Mar. 26, 2015 9:57am Sharona Schwartz-TheBlaze.com
The Pentagon recently declassified a 1987 top-secret report revealing previously unknown details about Israel’s nuclear capability, a move that is being perceived in Israel as Obama administration payback for Israeli Prime Minister Benjamin Netanyahu’s speech to Congress earlier this month.
The Jewish Daily Forward, a liberal U.S.-based newspaper, on Wednesday published an article by Israeli investigative journalist Michael Karpin detailing the Pentagon report.
Karpin, who has written extensively about Israel’s nuclear development, described his reaction to the declassification as one of “astonishment.” Karpin wrote:
In early February, the Pentagon declassified a 386-page report from 1987, exposing for the first time ever the actual depth of top-secret military cooperation between the United States and Israel — including, amazingly, information about Israel’s unacknowledged nuclear program.
In view of the caustic tension that has increased lately between Washington and Jerusalem, the timing of the publication’s declassification, after a long legal process, might raise a few eyebrows. I have some knowledge about the build-up process of Israel’s nuclear capacity and after reading the report in question I must express my astonishment: I have never seen an official American document disclosing such extensive revelation on subjects that until now were regarded by both administrations as unspeakable secrets.
Feeding the questions about the Obama administration’s motivation in releasing the document is that its authors had also researched the nuclear capabilities of European NATO allies, but only their findings on Israel were declassified.
The Israeli media are asking why the Pentagon chose to release a nearly 30-year-old report in February, at the height of tension between the White House and Israel over Netanyahu’s speech to Congress. (Photo: Getty Images)
“Strangely, quite a significant amount of the material that the American experts had assembled in Israel was released with this declassification, while everything that they wrote on their NATO allies has been blacked out or withheld by the Pentagon,” Karpin wrote. “It’s another strange aspect of this story and, along with the timing, demands further scrutiny of the defense department’s motives.”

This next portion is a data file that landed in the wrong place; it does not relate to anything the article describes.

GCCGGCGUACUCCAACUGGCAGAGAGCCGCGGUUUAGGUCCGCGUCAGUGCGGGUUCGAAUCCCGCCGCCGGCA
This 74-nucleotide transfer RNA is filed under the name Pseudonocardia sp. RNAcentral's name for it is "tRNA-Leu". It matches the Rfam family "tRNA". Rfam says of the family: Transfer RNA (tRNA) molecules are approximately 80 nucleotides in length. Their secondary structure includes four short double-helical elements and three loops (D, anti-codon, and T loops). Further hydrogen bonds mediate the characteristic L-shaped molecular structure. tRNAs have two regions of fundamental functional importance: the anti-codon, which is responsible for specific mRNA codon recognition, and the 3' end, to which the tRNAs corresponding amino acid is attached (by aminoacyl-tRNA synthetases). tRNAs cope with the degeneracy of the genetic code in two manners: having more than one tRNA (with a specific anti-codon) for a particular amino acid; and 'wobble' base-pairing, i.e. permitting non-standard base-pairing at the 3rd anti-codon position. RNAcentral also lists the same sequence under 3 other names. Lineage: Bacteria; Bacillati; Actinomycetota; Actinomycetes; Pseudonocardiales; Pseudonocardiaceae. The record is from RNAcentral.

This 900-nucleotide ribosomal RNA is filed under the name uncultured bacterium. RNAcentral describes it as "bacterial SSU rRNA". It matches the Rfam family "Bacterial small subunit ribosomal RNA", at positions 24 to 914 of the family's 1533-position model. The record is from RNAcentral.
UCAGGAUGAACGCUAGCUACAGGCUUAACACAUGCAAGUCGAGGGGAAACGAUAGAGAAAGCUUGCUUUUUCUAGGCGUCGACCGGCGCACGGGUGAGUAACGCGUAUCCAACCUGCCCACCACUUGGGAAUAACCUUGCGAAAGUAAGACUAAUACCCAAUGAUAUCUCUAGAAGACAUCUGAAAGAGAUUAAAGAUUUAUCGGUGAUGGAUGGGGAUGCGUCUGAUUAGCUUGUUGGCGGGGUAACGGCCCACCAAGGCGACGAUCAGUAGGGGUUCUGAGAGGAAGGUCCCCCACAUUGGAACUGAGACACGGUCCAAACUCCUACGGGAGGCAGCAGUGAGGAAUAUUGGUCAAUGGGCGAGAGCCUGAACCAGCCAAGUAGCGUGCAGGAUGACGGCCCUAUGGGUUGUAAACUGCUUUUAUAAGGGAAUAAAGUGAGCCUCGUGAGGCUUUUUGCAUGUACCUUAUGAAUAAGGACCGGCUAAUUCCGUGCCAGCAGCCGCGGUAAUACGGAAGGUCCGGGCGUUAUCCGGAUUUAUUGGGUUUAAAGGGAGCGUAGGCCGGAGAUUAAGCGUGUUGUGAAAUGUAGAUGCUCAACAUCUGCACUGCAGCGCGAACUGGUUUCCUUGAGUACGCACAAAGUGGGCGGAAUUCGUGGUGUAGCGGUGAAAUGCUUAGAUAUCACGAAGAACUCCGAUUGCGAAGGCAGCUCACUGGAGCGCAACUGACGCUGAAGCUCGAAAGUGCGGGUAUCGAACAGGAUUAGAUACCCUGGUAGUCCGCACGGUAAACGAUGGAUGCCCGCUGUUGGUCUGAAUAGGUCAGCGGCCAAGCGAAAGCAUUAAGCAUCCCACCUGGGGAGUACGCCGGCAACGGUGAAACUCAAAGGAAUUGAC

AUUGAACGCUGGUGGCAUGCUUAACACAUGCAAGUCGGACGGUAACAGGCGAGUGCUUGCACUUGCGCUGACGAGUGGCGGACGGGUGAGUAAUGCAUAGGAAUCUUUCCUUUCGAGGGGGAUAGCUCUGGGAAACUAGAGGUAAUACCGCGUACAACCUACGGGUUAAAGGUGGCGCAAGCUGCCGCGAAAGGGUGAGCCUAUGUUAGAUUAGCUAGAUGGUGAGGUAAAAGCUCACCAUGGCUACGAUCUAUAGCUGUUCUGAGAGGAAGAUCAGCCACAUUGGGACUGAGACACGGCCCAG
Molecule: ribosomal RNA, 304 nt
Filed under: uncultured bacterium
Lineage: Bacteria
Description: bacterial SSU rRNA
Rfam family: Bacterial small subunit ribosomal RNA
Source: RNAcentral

The Israeli media examined if the timing of the declassification was politically motivated.
The right-wing Arutz Sheva news site asked: “Obama revenge for Netanyahu’s Congress talk?” and called the declassification “unprecedented.”
The news site NRG framed the declassification as being “against the background of the storm caused by Prime Minister Netanyahu’s speech to Congress.” Netanyahu spoke to a joint meeting of Congress on March 3 where he criticized an emerging negotiated deal over Iran’s nuclear program as a threat to Israel’s security.
The 1987 report was written by the non-profit the Institute for Defense Analysis which does research on national security for the U.S. government.
The report titled “Critical Technological Assessment in Israel and NATO Nations” described Israel’s nuclear development in the 1970s and 80s and asserted that Israeli scientists were working on hydrogen fusion which could potentially create bombs a thousand times more powerful than atom bombs.
“It should be emphasized that in the history of the relations between the two countries, there is no other published official American document that mentions in any way the Israelis development of hydrogen bombs,” Karpin noted.
The Israeli government has always kept a posture of nuclear ambiguity, never confirming its nuclear weapons capability in an effort to avert a regional nuclear arms race.
The report noted that Israeli nuclear labs – at least in the 1970s and 80s – “are equivalent to our Los Alamos, Lawrence Livermore and Oak Ridge National Laboratories.”
The Forward reported that the report was released following a Freedom of Information Act application three years ago by American journalist Grant Smith, an outspoken Israel critic.
Due to the long wait time following his application, Smith followed up with a lawsuit. A D.C. judge compelled the Pentagon to address his request, the Forward reported.
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